“As a representative and leader of the minority party, I have neither regret nor relief that I have concluded not to participate in this select committee’s abuse of power that pollutes this institution today and will harm it in the future,” McCarthy said in a statement. Wednesday night statement.
“We must also learn how the president’s plans for January 6, and all the other ways in which he attempted to alter the outcome of the election, came together,” Committee Chair Benny Thompson, a Democrat from Mississippi, wrote. “For example, prior to January 6, you reportedly made it clear to Mark Meadows and the former president that objections to the validation of the January 6 electoral votes were “doomed to fail.”
The letter cited several previous comments McCarthy made in the wake of the riots, including interviews in which he discussed his conversations with Trump as the violence erupted.
“Obviously, all of this information has a direct bearing on President Trump’s state of mind during the January 6 attack as the violence was ongoing,” the statement said, providing a window into what the committee wants to discuss with the minority leader.
The committee also made it clear that it wanted to question McCarthy about his communications with Trump, White House staff and others in the week after the January 6 attack, “particularly regarding President Trump’s state of mind at the time.”
“The Select Committee has contemporary text messages from multiple witnesses identifying significant post-January 6 concerns held by White House staff and the President’s supporters regarding President Trump’s state of mind and ongoing behavior. It appears that you have had one or more conversations with the President during this period.” , came in the message.
“It appears that you may have also discussed with President Trump the possibility of him facing an impeachment, impeachment or impeachment decision under the 25th Amendment. It also appears that you may have identified other potential options, including President Trump’s immediate resignation from office,” he added.
“Your public statements about January 6 have changed significantly since you met Trump,” the committee said in the letter. “At that meeting, or at any other time, did President Trump or his representatives discuss or suggest what you should say in public, during the impeachment trial (if you are called as a witness), or at any subsequent investigation into your conversations with him on January 6?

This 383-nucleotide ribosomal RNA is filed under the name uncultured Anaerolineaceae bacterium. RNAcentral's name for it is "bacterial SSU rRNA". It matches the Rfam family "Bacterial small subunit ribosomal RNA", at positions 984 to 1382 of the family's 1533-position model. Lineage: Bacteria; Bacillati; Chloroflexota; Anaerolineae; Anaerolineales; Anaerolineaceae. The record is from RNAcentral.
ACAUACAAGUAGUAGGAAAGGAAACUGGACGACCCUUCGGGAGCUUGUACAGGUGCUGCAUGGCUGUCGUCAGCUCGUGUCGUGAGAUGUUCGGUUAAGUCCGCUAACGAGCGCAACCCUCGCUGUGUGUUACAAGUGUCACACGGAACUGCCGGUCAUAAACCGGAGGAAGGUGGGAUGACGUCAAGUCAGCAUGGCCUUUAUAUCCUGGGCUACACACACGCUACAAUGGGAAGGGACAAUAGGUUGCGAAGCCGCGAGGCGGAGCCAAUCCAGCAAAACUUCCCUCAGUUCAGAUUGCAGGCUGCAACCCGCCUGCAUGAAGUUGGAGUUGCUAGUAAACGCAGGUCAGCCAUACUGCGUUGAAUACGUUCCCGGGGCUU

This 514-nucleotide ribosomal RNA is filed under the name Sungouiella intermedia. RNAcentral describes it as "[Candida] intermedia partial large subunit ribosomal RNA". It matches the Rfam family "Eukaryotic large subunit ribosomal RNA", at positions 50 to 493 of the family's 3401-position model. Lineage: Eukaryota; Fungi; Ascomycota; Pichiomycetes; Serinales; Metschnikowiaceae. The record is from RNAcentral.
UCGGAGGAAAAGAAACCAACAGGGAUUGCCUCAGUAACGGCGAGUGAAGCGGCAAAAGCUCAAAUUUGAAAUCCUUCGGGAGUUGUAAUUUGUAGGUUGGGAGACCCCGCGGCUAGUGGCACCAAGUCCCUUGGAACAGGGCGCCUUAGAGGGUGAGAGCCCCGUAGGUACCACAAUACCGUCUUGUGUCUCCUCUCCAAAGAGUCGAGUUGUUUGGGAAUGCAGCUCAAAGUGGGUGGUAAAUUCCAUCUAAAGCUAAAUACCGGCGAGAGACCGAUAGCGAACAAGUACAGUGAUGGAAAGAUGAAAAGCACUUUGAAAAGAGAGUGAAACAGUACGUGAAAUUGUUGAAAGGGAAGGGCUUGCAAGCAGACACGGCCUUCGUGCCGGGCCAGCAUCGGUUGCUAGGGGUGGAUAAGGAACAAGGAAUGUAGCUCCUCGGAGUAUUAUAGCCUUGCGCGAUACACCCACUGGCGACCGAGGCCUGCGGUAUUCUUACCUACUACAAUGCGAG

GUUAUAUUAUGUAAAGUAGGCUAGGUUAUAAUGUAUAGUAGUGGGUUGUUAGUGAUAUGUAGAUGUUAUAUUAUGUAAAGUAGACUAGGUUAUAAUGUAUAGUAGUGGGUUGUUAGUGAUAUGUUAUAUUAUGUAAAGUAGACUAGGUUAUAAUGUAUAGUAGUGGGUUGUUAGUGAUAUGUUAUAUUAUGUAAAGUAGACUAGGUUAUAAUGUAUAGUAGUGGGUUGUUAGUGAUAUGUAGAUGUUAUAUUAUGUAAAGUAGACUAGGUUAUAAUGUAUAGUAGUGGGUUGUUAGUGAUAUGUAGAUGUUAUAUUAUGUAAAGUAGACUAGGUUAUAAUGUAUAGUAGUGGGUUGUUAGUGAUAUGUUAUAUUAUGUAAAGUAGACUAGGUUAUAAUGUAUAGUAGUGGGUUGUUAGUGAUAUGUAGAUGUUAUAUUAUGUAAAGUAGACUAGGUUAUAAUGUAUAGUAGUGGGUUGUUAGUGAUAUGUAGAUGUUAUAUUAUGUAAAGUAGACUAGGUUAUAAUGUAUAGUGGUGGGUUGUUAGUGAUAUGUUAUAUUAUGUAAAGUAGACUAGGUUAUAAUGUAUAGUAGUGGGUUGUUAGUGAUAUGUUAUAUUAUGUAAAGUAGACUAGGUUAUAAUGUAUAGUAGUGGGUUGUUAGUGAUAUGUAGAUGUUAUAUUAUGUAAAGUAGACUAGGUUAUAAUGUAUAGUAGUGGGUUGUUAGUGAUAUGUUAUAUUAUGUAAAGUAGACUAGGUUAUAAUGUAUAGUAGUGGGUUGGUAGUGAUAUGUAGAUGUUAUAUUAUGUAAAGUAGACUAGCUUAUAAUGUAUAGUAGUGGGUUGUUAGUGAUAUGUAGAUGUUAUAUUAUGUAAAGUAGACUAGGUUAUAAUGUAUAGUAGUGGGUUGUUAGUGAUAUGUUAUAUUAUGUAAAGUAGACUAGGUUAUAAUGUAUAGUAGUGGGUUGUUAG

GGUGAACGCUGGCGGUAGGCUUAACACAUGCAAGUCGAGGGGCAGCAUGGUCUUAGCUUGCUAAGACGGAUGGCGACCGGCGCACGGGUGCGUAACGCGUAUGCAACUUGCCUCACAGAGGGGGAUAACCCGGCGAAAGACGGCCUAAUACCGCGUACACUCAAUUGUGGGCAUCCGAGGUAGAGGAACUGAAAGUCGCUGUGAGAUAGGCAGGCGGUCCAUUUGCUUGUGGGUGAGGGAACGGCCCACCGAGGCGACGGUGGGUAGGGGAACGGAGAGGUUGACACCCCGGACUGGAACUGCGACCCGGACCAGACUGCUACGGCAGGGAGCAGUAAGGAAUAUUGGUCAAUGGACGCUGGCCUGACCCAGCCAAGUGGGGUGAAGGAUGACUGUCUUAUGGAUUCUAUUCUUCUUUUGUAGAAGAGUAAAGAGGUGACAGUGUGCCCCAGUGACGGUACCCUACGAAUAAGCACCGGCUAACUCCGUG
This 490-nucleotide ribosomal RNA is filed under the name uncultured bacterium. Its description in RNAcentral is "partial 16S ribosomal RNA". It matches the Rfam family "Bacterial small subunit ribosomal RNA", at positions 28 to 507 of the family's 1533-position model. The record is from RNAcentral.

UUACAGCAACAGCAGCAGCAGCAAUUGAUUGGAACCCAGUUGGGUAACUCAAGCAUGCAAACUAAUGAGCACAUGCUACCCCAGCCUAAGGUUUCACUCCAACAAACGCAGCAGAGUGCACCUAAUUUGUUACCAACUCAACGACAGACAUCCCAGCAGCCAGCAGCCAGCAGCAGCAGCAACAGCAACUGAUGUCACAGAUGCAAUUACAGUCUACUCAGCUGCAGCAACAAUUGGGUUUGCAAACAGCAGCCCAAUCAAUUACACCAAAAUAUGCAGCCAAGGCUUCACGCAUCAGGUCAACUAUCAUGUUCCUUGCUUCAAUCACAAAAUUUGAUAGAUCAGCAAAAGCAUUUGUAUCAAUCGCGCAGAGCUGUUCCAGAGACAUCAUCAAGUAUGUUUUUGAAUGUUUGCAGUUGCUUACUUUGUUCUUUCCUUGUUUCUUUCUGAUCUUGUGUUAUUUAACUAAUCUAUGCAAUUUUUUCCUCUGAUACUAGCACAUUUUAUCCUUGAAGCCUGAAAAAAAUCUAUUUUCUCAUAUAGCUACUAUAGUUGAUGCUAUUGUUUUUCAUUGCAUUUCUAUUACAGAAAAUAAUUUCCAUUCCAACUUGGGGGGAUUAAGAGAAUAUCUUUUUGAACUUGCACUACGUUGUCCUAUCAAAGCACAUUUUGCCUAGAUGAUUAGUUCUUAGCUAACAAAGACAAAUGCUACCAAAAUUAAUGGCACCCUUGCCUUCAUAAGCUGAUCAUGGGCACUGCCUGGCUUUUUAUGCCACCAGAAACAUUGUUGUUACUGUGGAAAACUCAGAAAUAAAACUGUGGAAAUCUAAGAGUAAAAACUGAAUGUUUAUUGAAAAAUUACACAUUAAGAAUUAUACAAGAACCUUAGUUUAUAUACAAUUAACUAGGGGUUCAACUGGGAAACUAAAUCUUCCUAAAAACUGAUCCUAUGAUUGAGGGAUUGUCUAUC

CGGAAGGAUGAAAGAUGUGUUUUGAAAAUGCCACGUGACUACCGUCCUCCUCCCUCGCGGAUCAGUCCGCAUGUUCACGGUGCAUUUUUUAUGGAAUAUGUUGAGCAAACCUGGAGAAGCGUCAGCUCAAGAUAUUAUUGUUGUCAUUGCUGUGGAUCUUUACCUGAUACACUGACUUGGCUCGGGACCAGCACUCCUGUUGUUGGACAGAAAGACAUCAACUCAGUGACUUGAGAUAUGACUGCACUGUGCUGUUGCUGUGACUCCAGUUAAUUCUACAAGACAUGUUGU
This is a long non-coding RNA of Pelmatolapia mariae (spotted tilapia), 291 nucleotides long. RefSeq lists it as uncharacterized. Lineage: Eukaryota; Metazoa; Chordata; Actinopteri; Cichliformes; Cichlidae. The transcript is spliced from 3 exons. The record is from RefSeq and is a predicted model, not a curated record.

The committee cites multiple public reports about the heated exchange between McCarthy and Trump with the revelations of the attack that it wants to know more about.
The letter also cites an interview in which McCarthy told a local California media that on Jan. 6 he had a “very heated” conversation with Trump in which he asked the then-president to “get help” at the Capitol.
In May 2021, McCarthy told CNN’s Manu Raju that he would “certainly” be willing to testify about his talks with Trump on January 6 if asked by an outside panel.
McCarthy is the third Republican lawmaker the committee has requested cooperation from after letters to Representatives Scott Perry of Pennsylvania and Jim Jordan of Ohio in recent weeks. Perry and Jordan have both indicated that they will not voluntarily cooperate with the committee, and CNN reported earlier Wednesday that even the committee is currently considering its options to get members to comply.
At issue is which path would give them the best chance of obtaining the information and interviews they are looking for using the powers of the committee at their disposal.
The commission is wrestling to see if they have the constitutional right to recall fellow members, and if they do, if they have an enforcement mechanism that will eventually lead to cooperation.
But Wednesday’s letter makes clear that the committee will continue to seek information from fellow members even as they deliberate what to do if Republicans continue to resist their initiatives.
Thompson separately told CNN that the committee specifically wants to hear from McCarthy about why he gave a speech on January 13 in which he said Trump “bears responsibility” for the January 6 attack.
“We need to bring it up to the committee to just say, Why did you make that statement?” Thomson said. “We’d like to know, did you call the White House and say, ‘Hey, what’s going on? “We don’t know. We think it’s important because after a few days, he was on the ground, saying that the president had abdicated some responsibility for what happened. And so we’d like to know, where did you come to that decision?”
Thompson said the committee currently has no phone records from McCarthy or anything other than his public statements, and the decision whether the committee will ask the minority leader to turn over the documents “will be decided.”
Asked if the committee would summon McCarthy if he refused to accept his voluntary application, Thompson said, “We’ll look into it.”
This story and title were updated with additional developments on Wednesday.
CNN’s Morgan Rimmer and Manu Raju contributed to this report.